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Please note that Mommsen uses the AUC chronology (Ab Urbe Condita), i.e. from the founding of the City of Rome. You can use this reference table to have the B.C. dates


V. The Establishment of the Military Monarchy

From: The History of Rome, by Theodor Mommsen
Translated with the sanction of the author by William Purdie Dickson

The History of Old Rome

Chapter VIII - The Joint Rule of Pompeius and Caesar


The Original Greek New Testament

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Page 12

Pompeius stood towards his former adjutant precisely as after the Gabinio-Manilian laws the latter had stood towards him. Caesar was now the hero of the day and the master of the most powerful Roman army; Pompeius was an ex-general who had once been famous. It is true that no collision had yet occurred between father-in-law and son-in-law, and the relation was externally undisturbed; but every political alliance is inwardly broken up, when the relative proportions of the power of the parties are materially altered. While the quarrel with Clodius was merely annoying, the change in the position of Caesar involved a very serious danger for Pompeius; just as Caesar and his confederates had formerly sought a military support against him, he found himself now compelled to seek a military support against Caesar, and, laying aside his haughty privacy, to come forward as a candidate for some extraordinary magistracy, which would enable him to hold his place by the side of the governor of the two Gauls with equal and, if possible, with superior power.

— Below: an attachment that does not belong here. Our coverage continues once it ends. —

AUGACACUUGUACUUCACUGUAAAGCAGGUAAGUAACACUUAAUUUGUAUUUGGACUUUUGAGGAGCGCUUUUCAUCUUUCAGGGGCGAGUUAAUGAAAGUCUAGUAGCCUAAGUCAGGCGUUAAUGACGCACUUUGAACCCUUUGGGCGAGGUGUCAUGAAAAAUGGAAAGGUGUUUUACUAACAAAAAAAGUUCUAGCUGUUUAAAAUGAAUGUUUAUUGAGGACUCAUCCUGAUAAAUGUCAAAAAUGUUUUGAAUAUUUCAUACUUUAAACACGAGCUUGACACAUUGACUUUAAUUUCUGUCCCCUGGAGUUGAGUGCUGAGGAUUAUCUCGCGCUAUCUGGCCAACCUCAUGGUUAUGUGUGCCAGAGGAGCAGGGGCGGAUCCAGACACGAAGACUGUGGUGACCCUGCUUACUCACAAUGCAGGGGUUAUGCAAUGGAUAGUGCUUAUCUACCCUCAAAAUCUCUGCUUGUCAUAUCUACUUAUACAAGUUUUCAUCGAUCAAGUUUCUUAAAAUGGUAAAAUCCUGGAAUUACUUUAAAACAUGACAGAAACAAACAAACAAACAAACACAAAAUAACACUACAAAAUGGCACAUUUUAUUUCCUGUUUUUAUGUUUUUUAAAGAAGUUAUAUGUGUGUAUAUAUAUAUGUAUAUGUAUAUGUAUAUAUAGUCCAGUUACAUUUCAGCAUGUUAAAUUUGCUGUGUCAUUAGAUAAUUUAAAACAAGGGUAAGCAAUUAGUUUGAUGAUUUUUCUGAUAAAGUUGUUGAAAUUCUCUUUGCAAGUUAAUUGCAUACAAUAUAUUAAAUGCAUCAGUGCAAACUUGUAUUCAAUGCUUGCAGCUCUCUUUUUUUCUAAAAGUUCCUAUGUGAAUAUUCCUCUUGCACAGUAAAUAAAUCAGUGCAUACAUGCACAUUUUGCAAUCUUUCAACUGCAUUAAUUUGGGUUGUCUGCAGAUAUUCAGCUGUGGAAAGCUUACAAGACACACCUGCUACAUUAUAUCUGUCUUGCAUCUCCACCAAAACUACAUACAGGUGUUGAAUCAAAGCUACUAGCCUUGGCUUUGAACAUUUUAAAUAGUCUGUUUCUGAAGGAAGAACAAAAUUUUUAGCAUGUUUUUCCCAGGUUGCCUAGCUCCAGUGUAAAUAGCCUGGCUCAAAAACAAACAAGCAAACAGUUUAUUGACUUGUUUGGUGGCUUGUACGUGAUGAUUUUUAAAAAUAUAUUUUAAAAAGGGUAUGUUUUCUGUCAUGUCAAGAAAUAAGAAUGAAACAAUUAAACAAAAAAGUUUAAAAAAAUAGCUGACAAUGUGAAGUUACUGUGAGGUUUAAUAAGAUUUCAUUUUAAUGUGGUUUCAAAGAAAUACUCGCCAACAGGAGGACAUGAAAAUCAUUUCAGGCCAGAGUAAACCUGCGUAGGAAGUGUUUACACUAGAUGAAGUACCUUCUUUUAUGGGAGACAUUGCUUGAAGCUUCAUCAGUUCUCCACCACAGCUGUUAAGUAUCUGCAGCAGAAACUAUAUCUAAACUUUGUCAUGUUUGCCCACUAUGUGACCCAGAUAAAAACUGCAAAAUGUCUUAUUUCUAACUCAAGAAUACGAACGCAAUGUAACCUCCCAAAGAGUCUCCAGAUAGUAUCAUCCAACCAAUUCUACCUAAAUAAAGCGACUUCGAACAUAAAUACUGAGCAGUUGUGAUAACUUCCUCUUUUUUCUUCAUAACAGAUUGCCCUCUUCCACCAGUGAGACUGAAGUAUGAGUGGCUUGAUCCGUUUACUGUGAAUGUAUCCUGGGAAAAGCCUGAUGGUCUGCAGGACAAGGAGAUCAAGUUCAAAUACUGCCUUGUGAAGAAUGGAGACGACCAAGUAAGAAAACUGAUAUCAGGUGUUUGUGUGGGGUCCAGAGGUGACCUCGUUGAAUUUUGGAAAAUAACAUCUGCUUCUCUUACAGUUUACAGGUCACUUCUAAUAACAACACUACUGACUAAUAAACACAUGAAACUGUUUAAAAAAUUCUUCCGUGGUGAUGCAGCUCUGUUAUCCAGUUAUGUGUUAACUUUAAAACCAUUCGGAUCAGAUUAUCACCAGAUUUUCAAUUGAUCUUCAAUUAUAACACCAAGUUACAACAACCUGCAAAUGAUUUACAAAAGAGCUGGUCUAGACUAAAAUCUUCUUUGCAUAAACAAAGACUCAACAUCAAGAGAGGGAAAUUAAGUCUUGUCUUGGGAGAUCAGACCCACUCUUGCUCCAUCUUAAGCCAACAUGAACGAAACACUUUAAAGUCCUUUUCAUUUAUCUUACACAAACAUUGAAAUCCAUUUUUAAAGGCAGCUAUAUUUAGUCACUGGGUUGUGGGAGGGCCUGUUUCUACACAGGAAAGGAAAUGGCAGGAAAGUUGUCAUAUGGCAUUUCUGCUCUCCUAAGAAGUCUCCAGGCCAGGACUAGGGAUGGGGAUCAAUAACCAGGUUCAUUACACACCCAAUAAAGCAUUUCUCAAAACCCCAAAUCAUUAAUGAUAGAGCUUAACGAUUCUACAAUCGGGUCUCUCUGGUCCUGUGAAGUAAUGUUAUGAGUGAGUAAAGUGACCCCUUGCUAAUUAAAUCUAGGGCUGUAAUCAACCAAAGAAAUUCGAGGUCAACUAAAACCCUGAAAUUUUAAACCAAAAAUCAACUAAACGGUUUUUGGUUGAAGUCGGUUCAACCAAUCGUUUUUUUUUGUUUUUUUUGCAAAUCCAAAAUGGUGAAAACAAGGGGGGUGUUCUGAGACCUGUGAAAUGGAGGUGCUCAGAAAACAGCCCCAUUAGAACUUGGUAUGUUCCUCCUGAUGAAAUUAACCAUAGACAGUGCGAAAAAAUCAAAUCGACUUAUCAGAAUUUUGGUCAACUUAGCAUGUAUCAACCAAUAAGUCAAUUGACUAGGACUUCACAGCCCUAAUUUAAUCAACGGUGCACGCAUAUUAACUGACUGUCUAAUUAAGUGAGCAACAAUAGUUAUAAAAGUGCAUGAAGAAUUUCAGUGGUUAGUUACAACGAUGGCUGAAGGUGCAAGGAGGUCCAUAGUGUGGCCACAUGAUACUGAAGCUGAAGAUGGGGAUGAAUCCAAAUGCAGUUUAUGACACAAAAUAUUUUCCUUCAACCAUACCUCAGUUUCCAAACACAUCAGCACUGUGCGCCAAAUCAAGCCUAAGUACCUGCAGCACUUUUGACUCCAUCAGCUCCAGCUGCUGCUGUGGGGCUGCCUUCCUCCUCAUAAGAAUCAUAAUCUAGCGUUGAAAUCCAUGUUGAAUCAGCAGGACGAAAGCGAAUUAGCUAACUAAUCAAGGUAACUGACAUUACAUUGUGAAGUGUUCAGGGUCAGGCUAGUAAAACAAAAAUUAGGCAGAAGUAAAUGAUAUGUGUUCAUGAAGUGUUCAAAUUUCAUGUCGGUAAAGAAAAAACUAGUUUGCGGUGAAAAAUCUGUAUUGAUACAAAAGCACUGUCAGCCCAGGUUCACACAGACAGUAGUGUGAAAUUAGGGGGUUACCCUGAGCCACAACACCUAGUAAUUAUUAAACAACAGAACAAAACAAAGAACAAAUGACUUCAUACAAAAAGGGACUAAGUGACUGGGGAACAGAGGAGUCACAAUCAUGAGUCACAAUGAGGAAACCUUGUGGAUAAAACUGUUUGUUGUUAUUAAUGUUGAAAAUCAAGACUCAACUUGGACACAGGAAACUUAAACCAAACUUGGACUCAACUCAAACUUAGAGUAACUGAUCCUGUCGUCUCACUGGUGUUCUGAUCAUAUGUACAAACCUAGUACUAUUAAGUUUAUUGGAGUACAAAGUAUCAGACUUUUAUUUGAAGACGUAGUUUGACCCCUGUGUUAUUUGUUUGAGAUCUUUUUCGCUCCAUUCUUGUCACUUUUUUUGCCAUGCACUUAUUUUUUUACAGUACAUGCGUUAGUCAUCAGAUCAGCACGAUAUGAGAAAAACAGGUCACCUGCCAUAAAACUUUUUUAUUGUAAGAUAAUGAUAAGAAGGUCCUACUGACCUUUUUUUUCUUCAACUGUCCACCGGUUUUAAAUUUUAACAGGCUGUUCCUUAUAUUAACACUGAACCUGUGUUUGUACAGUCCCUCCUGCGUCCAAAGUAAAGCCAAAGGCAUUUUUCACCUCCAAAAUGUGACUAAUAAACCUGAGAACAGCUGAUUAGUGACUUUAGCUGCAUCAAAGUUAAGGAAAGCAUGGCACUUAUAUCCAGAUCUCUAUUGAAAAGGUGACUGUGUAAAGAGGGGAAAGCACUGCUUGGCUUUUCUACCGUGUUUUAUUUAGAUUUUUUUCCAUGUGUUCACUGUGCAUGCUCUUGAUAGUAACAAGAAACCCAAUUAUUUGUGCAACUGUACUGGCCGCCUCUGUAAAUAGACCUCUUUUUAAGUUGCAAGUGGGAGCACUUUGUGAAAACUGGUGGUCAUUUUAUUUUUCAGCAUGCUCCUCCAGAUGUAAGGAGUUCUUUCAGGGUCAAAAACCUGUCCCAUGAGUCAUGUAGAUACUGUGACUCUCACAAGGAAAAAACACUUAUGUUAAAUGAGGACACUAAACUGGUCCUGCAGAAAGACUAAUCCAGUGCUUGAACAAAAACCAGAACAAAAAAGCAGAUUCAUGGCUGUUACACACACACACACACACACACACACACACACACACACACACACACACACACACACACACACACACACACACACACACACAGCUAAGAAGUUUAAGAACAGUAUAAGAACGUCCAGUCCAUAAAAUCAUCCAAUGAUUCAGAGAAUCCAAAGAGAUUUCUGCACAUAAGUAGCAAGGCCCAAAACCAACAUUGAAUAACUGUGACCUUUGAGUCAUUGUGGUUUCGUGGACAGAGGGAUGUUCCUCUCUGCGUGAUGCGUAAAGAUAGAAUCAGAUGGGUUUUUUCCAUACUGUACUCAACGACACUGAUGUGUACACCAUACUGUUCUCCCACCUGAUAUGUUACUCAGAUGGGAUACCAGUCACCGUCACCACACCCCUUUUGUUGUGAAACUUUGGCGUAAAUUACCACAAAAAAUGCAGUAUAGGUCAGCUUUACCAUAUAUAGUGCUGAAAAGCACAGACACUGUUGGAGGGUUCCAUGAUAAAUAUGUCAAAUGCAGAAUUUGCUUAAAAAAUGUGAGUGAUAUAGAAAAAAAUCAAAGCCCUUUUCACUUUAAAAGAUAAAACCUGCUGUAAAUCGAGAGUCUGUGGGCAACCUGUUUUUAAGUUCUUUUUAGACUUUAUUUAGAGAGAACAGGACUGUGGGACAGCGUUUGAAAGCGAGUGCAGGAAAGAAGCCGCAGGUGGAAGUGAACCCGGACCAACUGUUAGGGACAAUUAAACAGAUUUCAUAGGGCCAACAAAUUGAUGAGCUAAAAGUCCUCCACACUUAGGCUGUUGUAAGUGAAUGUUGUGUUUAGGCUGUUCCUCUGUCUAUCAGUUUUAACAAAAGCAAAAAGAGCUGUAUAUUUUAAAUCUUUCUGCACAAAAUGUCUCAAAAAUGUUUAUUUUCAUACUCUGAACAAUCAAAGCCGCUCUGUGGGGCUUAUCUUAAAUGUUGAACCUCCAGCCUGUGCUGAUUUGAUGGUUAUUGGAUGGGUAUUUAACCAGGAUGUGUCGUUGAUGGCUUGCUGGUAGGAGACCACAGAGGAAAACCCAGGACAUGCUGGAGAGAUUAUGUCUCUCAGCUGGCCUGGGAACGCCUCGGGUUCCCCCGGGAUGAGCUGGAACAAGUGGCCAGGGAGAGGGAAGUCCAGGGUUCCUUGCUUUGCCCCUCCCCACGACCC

His tactics, like his position, were exactly those of Caesar during the Mithradatic war. To balance the military power of a superior but still remote adversary by the obtaining of a similar command, Pompeius required in the first instance the official machinery of government. A year and a half ago this had been absolutely at his disposal. The regents then ruled the state both by the comitia, which absolutely obeyed them as the masters of the street, and by the senate, which was energetically overawed by Caesar; as representative of the coalition in Rome and as its acknowledged head, Pompeius would have doubtless obtained from the senate and from the burgesses any decree which he wished, even if it were against Caesar's interest. But by the awkward quarrel with Clodius, Pompeius had lost the command of the streets, and could not expect to carry a proposal in his favour in the popular assembly. Things were not quite so unfavourable for him in the senate; but even there it was doubtful whether Pompeius after that long and fatal inaction still held the reins of the majority firmly enough in hand to procure such a decree as he needed.

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